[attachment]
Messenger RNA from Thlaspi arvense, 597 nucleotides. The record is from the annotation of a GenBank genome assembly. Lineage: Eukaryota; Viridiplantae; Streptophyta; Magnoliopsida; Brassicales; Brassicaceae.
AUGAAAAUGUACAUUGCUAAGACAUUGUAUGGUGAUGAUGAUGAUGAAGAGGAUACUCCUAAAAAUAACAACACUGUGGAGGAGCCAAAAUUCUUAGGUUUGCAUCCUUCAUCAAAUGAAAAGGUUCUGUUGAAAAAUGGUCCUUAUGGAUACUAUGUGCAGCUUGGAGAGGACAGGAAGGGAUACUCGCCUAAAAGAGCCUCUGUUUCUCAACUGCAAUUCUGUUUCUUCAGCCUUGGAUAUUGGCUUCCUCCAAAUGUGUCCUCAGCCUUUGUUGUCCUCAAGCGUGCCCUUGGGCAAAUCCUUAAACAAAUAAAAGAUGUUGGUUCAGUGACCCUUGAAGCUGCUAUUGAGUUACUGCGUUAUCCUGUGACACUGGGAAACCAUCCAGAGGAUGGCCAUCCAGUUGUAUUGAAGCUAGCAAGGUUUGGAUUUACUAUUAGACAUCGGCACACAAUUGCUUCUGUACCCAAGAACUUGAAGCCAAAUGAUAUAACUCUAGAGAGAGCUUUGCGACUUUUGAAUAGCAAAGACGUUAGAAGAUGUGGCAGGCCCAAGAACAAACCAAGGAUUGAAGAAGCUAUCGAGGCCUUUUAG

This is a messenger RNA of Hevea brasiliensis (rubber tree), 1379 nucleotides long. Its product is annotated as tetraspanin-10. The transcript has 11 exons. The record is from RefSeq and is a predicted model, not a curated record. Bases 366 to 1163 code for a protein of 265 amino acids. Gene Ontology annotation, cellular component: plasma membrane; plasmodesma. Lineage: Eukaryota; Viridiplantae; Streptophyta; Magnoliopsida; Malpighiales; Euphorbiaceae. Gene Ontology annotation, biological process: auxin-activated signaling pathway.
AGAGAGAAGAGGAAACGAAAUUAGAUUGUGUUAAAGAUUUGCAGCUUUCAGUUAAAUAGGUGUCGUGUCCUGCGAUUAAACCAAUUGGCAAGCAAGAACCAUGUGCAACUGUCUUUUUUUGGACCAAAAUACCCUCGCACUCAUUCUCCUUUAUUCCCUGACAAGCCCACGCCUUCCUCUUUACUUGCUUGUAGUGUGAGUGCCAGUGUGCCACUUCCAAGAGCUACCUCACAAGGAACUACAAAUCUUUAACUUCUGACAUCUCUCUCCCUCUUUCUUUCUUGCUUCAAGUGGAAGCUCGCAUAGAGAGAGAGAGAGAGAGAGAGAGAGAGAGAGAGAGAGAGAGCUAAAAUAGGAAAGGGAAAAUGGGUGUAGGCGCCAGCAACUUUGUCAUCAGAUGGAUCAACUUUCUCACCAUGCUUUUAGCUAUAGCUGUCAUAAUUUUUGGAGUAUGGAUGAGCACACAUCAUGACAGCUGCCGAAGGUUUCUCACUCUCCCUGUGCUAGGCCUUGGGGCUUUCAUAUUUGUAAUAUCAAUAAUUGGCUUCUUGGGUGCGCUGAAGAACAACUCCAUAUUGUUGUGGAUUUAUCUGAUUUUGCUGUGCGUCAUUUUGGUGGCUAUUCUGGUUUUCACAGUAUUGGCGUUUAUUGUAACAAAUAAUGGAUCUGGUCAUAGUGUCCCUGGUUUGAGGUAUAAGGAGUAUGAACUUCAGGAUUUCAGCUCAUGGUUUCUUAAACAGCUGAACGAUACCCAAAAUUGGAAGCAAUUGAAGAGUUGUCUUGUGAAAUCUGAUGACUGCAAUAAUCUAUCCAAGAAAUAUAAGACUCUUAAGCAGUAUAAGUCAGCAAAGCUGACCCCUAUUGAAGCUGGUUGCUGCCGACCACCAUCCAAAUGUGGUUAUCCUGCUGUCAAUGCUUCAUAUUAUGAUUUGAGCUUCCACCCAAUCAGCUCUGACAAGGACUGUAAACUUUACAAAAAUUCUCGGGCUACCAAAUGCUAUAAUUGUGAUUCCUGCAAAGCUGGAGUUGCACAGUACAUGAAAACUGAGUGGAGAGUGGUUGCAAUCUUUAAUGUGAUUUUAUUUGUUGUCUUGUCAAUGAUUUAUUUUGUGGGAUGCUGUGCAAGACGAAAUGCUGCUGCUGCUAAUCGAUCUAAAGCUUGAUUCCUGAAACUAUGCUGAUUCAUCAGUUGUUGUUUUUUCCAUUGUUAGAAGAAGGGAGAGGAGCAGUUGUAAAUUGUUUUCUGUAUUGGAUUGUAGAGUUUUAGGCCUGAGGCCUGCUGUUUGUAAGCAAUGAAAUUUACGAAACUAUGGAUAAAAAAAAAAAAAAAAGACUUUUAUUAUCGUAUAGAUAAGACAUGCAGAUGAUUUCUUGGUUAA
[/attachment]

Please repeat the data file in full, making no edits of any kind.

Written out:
Messenger RNA from Thlaspi arvense, 597 nucleotides. The record is from the annotation of a GenBank genome assembly. Lineage: Eukaryota; Viridiplantae; Streptophyta; Magnoliopsida; Brassicales; Brassicaceae.
AUGAAAAUGUACAUUGCUAAGACAUUGUAUGGUGAUGAUGAUGAUGAAGAGGAUACUCCUAAAAAUAACAACACUGUGGAGGAGCCAAAAUUCUUAGGUUUGCAUCCUUCAUCAAAUGAAAAGGUUCUGUUGAAAAAUGGUCCUUAUGGAUACUAUGUGCAGCUUGGAGAGGACAGGAAGGGAUACUCGCCUAAAAGAGCCUCUGUUUCUCAACUGCAAUUCUGUUUCUUCAGCCUUGGAUAUUGGCUUCCUCCAAAUGUGUCCUCAGCCUUUGUUGUCCUCAAGCGUGCCCUUGGGCAAAUCCUUAAACAAAUAAAAGAUGUUGGUUCAGUGACCCUUGAAGCUGCUAUUGAGUUACUGCGUUAUCCUGUGACACUGGGAAACCAUCCAGAGGAUGGCCAUCCAGUUGUAUUGAAGCUAGCAAGGUUUGGAUUUACUAUUAGACAUCGGCACACAAUUGCUUCUGUACCCAAGAACUUGAAGCCAAAUGAUAUAACUCUAGAGAGAGCUUUGCGACUUUUGAAUAGCAAAGACGUUAGAAGAUGUGGCAGGCCCAAGAACAAACCAAGGAUUGAAGAAGCUAUCGAGGCCUUUUAG

This is a messenger RNA of Hevea brasiliensis (rubber tree), 1379 nucleotides long. Its product is annotated as tetraspanin-10. The transcript has 11 exons. The record is from RefSeq and is a predicted model, not a curated record. Bases 366 to 1163 code for a protein of 265 amino acids. Gene Ontology annotation, cellular component: plasma membrane; plasmodesma. Lineage: Eukaryota; Viridiplantae; Streptophyta; Magnoliopsida; Malpighiales; Euphorbiaceae. Gene Ontology annotation, biological process: auxin-activated signaling pathway.
AGAGAGAAGAGGAAACGAAAUUAGAUUGUGUUAAAGAUUUGCAGCUUUCAGUUAAAUAGGUGUCGUGUCCUGCGAUUAAACCAAUUGGCAAGCAAGAACCAUGUGCAACUGUCUUUUUUUGGACCAAAAUACCCUCGCACUCAUUCUCCUUUAUUCCCUGACAAGCCCACGCCUUCCUCUUUACUUGCUUGUAGUGUGAGUGCCAGUGUGCCACUUCCAAGAGCUACCUCACAAGGAACUACAAAUCUUUAACUUCUGACAUCUCUCUCCCUCUUUCUUUCUUGCUUCAAGUGGAAGCUCGCAUAGAGAGAGAGAGAGAGAGAGAGAGAGAGAGAGAGAGAGAGAGCUAAAAUAGGAAAGGGAAAAUGGGUGUAGGCGCCAGCAACUUUGUCAUCAGAUGGAUCAACUUUCUCACCAUGCUUUUAGCUAUAGCUGUCAUAAUUUUUGGAGUAUGGAUGAGCACACAUCAUGACAGCUGCCGAAGGUUUCUCACUCUCCCUGUGCUAGGCCUUGGGGCUUUCAUAUUUGUAAUAUCAAUAAUUGGCUUCUUGGGUGCGCUGAAGAACAACUCCAUAUUGUUGUGGAUUUAUCUGAUUUUGCUGUGCGUCAUUUUGGUGGCUAUUCUGGUUUUCACAGUAUUGGCGUUUAUUGUAACAAAUAAUGGAUCUGGUCAUAGUGUCCCUGGUUUGAGGUAUAAGGAGUAUGAACUUCAGGAUUUCAGCUCAUGGUUUCUUAAACAGCUGAACGAUACCCAAAAUUGGAAGCAAUUGAAGAGUUGUCUUGUGAAAUCUGAUGACUGCAAUAAUCUAUCCAAGAAAUAUAAGACUCUUAAGCAGUAUAAGUCAGCAAAGCUGACCCCUAUUGAAGCUGGUUGCUGCCGACCACCAUCCAAAUGUGGUUAUCCUGCUGUCAAUGCUUCAUAUUAUGAUUUGAGCUUCCACCCAAUCAGCUCUGACAAGGACUGUAAACUUUACAAAAAUUCUCGGGCUACCAAAUGCUAUAAUUGUGAUUCCUGCAAAGCUGGAGUUGCACAGUACAUGAAAACUGAGUGGAGAGUGGUUGCAAUCUUUAAUGUGAUUUUAUUUGUUGUCUUGUCAAUGAUUUAUUUUGUGGGAUGCUGUGCAAGACGAAAUGCUGCUGCUGCUAAUCGAUCUAAAGCUUGAUUCCUGAAACUAUGCUGAUUCAUCAGUUGUUGUUUUUUCCAUUGUUAGAAGAAGGGAGAGGAGCAGUUGUAAAUUGUUUUCUGUAUUGGAUUGUAGAGUUUUAGGCCUGAGGCCUGCUGUUUGUAAGCAAUGAAAUUUACGAAACUAUGGAUAAAAAAAAAAAAAAAAGACUUUUAUUAUCGUAUAGAUAAGACAUGCAGAUGAUUUCUUGGUUAA